We could in principle write code for all of this in udisks2, and in NetworkManager, and in systemd, ... - but that clearly doesn't scale, particularly if you want the security policy to be configurable. Enter polkit (formerly PolicyKit), a system service for applying security policies to actions.

The way polkit works is that the application does its domain-specific analysis of the request - in the case of udisks2, whether the device to be mounted is removable, whether the mount options are reasonable, etc. - and converts it into an action. The action gives polkit a way to distinguish between things that are conceptually different, without needing to know the specifics. For instance, udisks2 currently divides up filesystem-mounting into org.freedesktop.udisks2.filesystem-mount, org.freedesktop.udisks2.filesystem-mount-fstab, org.freedesktop.udisks2.filesystem-mount-system and org.freedesktop.udisks2.filesystem-mount-other-seat.

The application also finds the identity of the user making the request. Next, the application sends the action, the identity of the requesting user, and any other interesting facts to polkit. As currently implemented, polkit is a D-Bus service, so this is an IPC request via D-Bus. polkit consults its database of policies in order to choose one of several results:

  • yes, allow it
  • no, do not allow it
  • ask the user to either authenticate as themselves or as a privileged (sysadmin) user to allow it, or cancel authentication to not allow it
  • ask the user to authenticate the first time, but if they do, remember that for a while and don't ask again

So how does polkit decide this? The first thing is that it reads the machine-readable description of the actions, in /usr/share/polkit-1/actions, which specifies a default policy. Next, it evaluates a local security policy to see what that says. In the current version of polkit, the local security policy is configured by writing JavaScript in /etc/polkit-1/rules.d (local policy) and /usr/share/polkit-1/rules.d (OS-vendor defaults). In older versions such as the one currently shipped in Debian unstable, there was a plugin architecture; but in practice nobody wrote plugins for it, and instead everyone used the example local authority shipped with polkit, which was configured via files in /etc/polkit-1/localauthority and /etc/polkit-1/localauthority.d.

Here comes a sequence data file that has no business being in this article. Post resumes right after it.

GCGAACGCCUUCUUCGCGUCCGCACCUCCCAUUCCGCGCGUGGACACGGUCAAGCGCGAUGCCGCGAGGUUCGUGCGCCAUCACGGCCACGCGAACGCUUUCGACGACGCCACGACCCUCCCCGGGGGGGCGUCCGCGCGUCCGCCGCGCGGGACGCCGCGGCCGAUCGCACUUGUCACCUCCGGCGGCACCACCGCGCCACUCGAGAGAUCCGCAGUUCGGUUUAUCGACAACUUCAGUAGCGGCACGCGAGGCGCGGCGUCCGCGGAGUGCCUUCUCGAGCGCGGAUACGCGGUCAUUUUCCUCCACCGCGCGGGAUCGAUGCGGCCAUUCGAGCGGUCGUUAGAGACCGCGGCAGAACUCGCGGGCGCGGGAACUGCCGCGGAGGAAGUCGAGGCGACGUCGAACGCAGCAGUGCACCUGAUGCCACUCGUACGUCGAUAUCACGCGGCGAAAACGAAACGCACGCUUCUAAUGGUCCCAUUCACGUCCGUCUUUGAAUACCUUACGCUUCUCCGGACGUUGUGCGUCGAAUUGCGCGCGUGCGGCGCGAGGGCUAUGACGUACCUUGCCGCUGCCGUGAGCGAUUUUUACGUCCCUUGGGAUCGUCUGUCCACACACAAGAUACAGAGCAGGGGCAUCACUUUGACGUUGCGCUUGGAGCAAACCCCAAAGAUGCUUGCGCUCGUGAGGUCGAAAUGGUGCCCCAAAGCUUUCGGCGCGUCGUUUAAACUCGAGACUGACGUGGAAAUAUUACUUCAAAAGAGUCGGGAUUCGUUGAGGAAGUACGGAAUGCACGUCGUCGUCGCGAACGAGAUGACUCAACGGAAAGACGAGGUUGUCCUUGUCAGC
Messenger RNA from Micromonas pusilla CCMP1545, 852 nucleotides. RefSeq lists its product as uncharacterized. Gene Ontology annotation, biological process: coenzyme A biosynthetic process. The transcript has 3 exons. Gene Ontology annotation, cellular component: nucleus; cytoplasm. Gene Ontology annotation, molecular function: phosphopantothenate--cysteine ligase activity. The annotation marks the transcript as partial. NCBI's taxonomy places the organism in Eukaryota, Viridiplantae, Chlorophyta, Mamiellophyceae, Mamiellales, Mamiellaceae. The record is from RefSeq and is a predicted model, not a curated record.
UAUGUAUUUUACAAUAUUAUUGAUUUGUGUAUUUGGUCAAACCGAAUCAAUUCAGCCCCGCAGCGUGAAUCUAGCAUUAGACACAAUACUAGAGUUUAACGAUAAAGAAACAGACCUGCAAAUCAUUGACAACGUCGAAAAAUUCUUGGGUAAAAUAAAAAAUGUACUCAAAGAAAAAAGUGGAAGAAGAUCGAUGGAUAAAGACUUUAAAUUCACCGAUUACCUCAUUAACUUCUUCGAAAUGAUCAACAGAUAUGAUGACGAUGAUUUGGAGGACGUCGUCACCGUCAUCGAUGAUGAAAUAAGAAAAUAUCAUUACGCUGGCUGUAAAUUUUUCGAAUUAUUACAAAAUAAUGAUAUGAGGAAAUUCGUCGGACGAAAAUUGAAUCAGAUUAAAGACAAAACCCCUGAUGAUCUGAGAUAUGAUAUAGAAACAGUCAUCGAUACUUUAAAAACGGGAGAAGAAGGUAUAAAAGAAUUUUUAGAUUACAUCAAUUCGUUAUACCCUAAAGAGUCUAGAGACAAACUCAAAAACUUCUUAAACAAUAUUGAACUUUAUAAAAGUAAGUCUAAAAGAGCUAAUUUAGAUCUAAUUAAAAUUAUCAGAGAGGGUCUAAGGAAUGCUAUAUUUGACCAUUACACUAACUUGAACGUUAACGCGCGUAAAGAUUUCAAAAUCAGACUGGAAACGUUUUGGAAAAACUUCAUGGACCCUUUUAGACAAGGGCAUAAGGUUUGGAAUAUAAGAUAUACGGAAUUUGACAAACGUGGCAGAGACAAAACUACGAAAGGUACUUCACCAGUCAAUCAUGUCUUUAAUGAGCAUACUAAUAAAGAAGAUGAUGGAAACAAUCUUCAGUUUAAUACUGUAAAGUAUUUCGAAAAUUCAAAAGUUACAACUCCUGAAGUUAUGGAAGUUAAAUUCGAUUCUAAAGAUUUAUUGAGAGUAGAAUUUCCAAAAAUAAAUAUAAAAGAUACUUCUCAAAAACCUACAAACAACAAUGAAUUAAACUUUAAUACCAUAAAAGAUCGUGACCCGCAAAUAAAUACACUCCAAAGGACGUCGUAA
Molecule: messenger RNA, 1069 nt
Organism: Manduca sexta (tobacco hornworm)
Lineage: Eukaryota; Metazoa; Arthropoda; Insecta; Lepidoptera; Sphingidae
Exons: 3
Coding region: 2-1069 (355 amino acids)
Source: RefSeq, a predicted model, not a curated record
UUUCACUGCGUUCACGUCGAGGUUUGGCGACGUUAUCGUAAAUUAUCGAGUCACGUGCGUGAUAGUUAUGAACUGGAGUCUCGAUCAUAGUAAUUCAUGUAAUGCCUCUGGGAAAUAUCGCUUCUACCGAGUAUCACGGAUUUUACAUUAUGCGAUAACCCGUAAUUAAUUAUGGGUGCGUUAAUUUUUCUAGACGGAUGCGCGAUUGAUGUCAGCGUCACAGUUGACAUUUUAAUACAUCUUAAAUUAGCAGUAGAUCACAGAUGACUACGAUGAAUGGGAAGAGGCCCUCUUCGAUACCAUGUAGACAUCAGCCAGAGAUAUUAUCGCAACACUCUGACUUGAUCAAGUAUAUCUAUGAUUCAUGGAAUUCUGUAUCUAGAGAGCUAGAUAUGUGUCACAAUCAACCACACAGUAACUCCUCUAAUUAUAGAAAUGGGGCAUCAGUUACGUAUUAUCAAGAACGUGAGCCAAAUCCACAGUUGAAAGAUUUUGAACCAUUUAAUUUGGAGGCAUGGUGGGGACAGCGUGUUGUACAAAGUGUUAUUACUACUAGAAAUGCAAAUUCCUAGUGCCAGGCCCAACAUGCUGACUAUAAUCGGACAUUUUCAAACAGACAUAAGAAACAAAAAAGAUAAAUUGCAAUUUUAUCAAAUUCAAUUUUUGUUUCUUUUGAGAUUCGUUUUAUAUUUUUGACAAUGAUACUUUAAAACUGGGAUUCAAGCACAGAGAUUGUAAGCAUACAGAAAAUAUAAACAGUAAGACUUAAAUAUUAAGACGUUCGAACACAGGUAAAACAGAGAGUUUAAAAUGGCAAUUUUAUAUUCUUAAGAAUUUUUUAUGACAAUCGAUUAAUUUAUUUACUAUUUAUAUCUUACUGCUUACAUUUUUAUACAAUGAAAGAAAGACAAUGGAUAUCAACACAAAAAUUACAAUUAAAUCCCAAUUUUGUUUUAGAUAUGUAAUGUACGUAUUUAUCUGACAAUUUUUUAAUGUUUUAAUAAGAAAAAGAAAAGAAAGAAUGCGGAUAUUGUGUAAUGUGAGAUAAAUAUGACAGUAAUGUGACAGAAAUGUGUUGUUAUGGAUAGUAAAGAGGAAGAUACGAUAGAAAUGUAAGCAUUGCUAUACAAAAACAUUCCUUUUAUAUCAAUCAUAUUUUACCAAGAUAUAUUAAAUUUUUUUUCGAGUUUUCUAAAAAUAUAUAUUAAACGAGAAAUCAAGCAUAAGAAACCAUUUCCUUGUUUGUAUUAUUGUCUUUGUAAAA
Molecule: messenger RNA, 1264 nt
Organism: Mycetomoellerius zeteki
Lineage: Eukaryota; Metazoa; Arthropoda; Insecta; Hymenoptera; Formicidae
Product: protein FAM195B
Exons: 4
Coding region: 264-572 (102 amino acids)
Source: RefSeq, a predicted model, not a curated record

These policies can take into account useful facts like:

  • what is the action we're talking about?
  • is the user logged-in locally? are they active, i.e. they are not just on a non-current virtual console?
  • is the user in particular groups?

For instance, gnome-control-center on Debian installs this snippet:

polkit.addRule(function(action, subject) {
        if ((action.id == "org.freedesktop.locale1.set-locale" ||
             action.id == "org.freedesktop.locale1.set-keyboard" ||
             action.id == "org.freedesktop.hostname1.set-static-hostname" ||
             action.id == "org.freedesktop.hostname1.set-hostname" ||
             action.id == "org.gnome.controlcenter.datetime.configure") &&
            subject.local &&
            subject.active &&
            subject.isInGroup ("sudo")) {
                    return polkit.Result.YES;

which is reasonably close to being pseudocode for “active local users in the sudo group may set the system locale, keyboard layout, hostname and time, without needing to authenticate”. A system administrator could of course override that by dropping a higher-priority policy for some or all of these actions into /etc/polkit-1/rules.d.


  • Kernel-based permission checks are not sufficiently fine-grained to be able to express some quite reasonable security policies
  • Fine-grained access control needs domain-specific understanding
  • The kernel doesn't have that information (and neither does dbus-daemon)
  • The privileged service that does the domain-specific thing can provide the domain-specific understanding to turn the request into an action
  • polkit evaluates a configurable policy to determine whether privileged services should carry out requested actions